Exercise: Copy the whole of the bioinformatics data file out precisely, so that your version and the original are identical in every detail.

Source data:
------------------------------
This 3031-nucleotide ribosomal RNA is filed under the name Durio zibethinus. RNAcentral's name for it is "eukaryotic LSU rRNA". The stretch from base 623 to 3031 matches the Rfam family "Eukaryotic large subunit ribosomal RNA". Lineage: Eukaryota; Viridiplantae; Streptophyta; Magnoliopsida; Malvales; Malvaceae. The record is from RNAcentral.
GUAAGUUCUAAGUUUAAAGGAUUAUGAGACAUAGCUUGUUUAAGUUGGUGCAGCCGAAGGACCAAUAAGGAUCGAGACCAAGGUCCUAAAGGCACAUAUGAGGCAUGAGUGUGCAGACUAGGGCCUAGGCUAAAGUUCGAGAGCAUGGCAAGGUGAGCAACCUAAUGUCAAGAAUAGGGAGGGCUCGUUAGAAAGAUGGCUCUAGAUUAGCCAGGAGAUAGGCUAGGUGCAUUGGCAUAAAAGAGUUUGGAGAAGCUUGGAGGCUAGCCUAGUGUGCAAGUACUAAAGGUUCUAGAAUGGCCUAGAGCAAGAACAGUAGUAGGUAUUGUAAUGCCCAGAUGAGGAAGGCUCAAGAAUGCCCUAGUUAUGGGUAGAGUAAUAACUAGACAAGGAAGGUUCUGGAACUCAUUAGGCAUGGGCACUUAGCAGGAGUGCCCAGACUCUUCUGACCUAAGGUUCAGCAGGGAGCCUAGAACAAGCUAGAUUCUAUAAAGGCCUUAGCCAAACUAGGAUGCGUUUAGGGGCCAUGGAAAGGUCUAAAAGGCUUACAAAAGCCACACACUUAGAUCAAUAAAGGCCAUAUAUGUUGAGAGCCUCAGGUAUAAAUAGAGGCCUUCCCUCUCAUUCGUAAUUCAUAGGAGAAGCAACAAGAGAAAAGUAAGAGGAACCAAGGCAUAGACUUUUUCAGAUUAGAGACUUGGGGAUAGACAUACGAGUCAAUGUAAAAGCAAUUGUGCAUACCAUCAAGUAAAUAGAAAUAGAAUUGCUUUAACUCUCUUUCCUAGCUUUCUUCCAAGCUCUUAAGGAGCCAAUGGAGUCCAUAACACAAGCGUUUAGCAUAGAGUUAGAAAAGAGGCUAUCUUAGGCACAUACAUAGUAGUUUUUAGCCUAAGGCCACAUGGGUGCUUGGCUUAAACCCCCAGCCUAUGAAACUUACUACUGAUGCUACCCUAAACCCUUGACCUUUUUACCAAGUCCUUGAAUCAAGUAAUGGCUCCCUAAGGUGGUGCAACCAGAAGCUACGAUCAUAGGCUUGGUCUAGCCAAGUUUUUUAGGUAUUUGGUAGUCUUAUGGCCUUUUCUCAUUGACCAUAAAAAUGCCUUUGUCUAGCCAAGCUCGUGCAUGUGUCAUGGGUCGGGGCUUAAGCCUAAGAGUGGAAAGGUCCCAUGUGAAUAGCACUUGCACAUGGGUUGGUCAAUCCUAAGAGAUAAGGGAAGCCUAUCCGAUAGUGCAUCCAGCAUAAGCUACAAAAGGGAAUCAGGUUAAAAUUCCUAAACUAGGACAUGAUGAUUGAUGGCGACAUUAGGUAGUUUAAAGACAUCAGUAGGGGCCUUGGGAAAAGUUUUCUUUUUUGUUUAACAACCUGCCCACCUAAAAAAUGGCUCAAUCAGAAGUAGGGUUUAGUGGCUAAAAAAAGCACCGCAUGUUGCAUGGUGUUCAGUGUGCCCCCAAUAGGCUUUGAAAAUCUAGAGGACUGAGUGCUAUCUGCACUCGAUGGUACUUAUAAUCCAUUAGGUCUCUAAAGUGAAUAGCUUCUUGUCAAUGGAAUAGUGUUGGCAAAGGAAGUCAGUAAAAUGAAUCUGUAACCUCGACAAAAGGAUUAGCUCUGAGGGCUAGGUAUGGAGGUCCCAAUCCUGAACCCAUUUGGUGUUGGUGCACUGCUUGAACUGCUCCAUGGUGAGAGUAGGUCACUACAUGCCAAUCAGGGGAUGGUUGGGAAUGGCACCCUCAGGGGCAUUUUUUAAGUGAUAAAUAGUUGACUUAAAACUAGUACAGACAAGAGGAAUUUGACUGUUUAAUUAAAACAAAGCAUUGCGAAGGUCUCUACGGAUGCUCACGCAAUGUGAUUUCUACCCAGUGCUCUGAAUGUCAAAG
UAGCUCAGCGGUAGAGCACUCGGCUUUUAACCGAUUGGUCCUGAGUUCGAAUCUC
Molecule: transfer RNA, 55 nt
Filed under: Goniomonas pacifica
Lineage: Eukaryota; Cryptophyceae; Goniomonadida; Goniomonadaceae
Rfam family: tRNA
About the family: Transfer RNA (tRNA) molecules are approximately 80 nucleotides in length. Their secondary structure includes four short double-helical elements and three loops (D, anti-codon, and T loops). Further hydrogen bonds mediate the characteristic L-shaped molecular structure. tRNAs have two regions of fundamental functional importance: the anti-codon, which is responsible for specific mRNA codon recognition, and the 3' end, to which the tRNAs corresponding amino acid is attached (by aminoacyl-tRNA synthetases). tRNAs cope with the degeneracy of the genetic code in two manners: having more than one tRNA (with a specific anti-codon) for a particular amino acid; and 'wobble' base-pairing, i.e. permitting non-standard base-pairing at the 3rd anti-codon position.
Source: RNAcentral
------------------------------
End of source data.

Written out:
This 3031-nucleotide ribosomal RNA is filed under the name Durio zibethinus. RNAcentral's name for it is "eukaryotic LSU rRNA". The stretch from base 623 to 3031 matches the Rfam family "Eukaryotic large subunit ribosomal RNA". Lineage: Eukaryota; Viridiplantae; Streptophyta; Magnoliopsida; Malvales; Malvaceae. The record is from RNAcentral.
GUAAGUUCUAAGUUUAAAGGAUUAUGAGACAUAGCUUGUUUAAGUUGGUGCAGCCGAAGGACCAAUAAGGAUCGAGACCAAGGUCCUAAAGGCACAUAUGAGGCAUGAGUGUGCAGACUAGGGCCUAGGCUAAAGUUCGAGAGCAUGGCAAGGUGAGCAACCUAAUGUCAAGAAUAGGGAGGGCUCGUUAGAAAGAUGGCUCUAGAUUAGCCAGGAGAUAGGCUAGGUGCAUUGGCAUAAAAGAGUUUGGAGAAGCUUGGAGGCUAGCCUAGUGUGCAAGUACUAAAGGUUCUAGAAUGGCCUAGAGCAAGAACAGUAGUAGGUAUUGUAAUGCCCAGAUGAGGAAGGCUCAAGAAUGCCCUAGUUAUGGGUAGAGUAAUAACUAGACAAGGAAGGUUCUGGAACUCAUUAGGCAUGGGCACUUAGCAGGAGUGCCCAGACUCUUCUGACCUAAGGUUCAGCAGGGAGCCUAGAACAAGCUAGAUUCUAUAAAGGCCUUAGCCAAACUAGGAUGCGUUUAGGGGCCAUGGAAAGGUCUAAAAGGCUUACAAAAGCCACACACUUAGAUCAAUAAAGGCCAUAUAUGUUGAGAGCCUCAGGUAUAAAUAGAGGCCUUCCCUCUCAUUCGUAAUUCAUAGGAGAAGCAACAAGAGAAAAGUAAGAGGAACCAAGGCAUAGACUUUUUCAGAUUAGAGACUUGGGGAUAGACAUACGAGUCAAUGUAAAAGCAAUUGUGCAUACCAUCAAGUAAAUAGAAAUAGAAUUGCUUUAACUCUCUUUCCUAGCUUUCUUCCAAGCUCUUAAGGAGCCAAUGGAGUCCAUAACACAAGCGUUUAGCAUAGAGUUAGAAAAGAGGCUAUCUUAGGCACAUACAUAGUAGUUUUUAGCCUAAGGCCACAUGGGUGCUUGGCUUAAACCCCCAGCCUAUGAAACUUACUACUGAUGCUACCCUAAACCCUUGACCUUUUUACCAAGUCCUUGAAUCAAGUAAUGGCUCCCUAAGGUGGUGCAACCAGAAGCUACGAUCAUAGGCUUGGUCUAGCCAAGUUUUUUAGGUAUUUGGUAGUCUUAUGGCCUUUUCUCAUUGACCAUAAAAAUGCCUUUGUCUAGCCAAGCUCGUGCAUGUGUCAUGGGUCGGGGCUUAAGCCUAAGAGUGGAAAGGUCCCAUGUGAAUAGCACUUGCACAUGGGUUGGUCAAUCCUAAGAGAUAAGGGAAGCCUAUCCGAUAGUGCAUCCAGCAUAAGCUACAAAAGGGAAUCAGGUUAAAAUUCCUAAACUAGGACAUGAUGAUUGAUGGCGACAUUAGGUAGUUUAAAGACAUCAGUAGGGGCCUUGGGAAAAGUUUUCUUUUUUGUUUAACAACCUGCCCACCUAAAAAAUGGCUCAAUCAGAAGUAGGGUUUAGUGGCUAAAAAAAGCACCGCAUGUUGCAUGGUGUUCAGUGUGCCCCCAAUAGGCUUUGAAAAUCUAGAGGACUGAGUGCUAUCUGCACUCGAUGGUACUUAUAAUCCAUUAGGUCUCUAAAGUGAAUAGCUUCUUGUCAAUGGAAUAGUGUUGGCAAAGGAAGUCAGUAAAAUGAAUCUGUAACCUCGACAAAAGGAUUAGCUCUGAGGGCUAGGUAUGGAGGUCCCAAUCCUGAACCCAUUUGGUGUUGGUGCACUGCUUGAACUGCUCCAUGGUGAGAGUAGGUCACUACAUGCCAAUCAGGGGAUGGUUGGGAAUGGCACCCUCAGGGGCAUUUUUUAAGUGAUAAAUAGUUGACUUAAAACUAGUACAGACAAGAGGAAUUUGACUGUUUAAUUAAAACAAAGCAUUGCGAAGGUCUCUACGGAUGCUCACGCAAUGUGAUUUCUACCCAGUGCUCUGAAUGUCAAAG
UAGCUCAGCGGUAGAGCACUCGGCUUUUAACCGAUUGGUCCUGAGUUCGAAUCUC
Molecule: transfer RNA, 55 nt
Filed under: Goniomonas pacifica
Lineage: Eukaryota; Cryptophyceae; Goniomonadida; Goniomonadaceae
Rfam family: tRNA
About the family: Transfer RNA (tRNA) molecules are approximately 80 nucleotides in length. Their secondary structure includes four short double-helical elements and three loops (D, anti-codon, and T loops). Further hydrogen bonds mediate the characteristic L-shaped molecular structure. tRNAs have two regions of fundamental functional importance: the anti-codon, which is responsible for specific mRNA codon recognition, and the 3' end, to which the tRNAs corresponding amino acid is attached (by aminoacyl-tRNA synthetases). tRNAs cope with the degeneracy of the genetic code in two manners: having more than one tRNA (with a specific anti-codon) for a particular amino acid; and 'wobble' base-pairing, i.e. permitting non-standard base-pairing at the 3rd anti-codon position.
Source: RNAcentral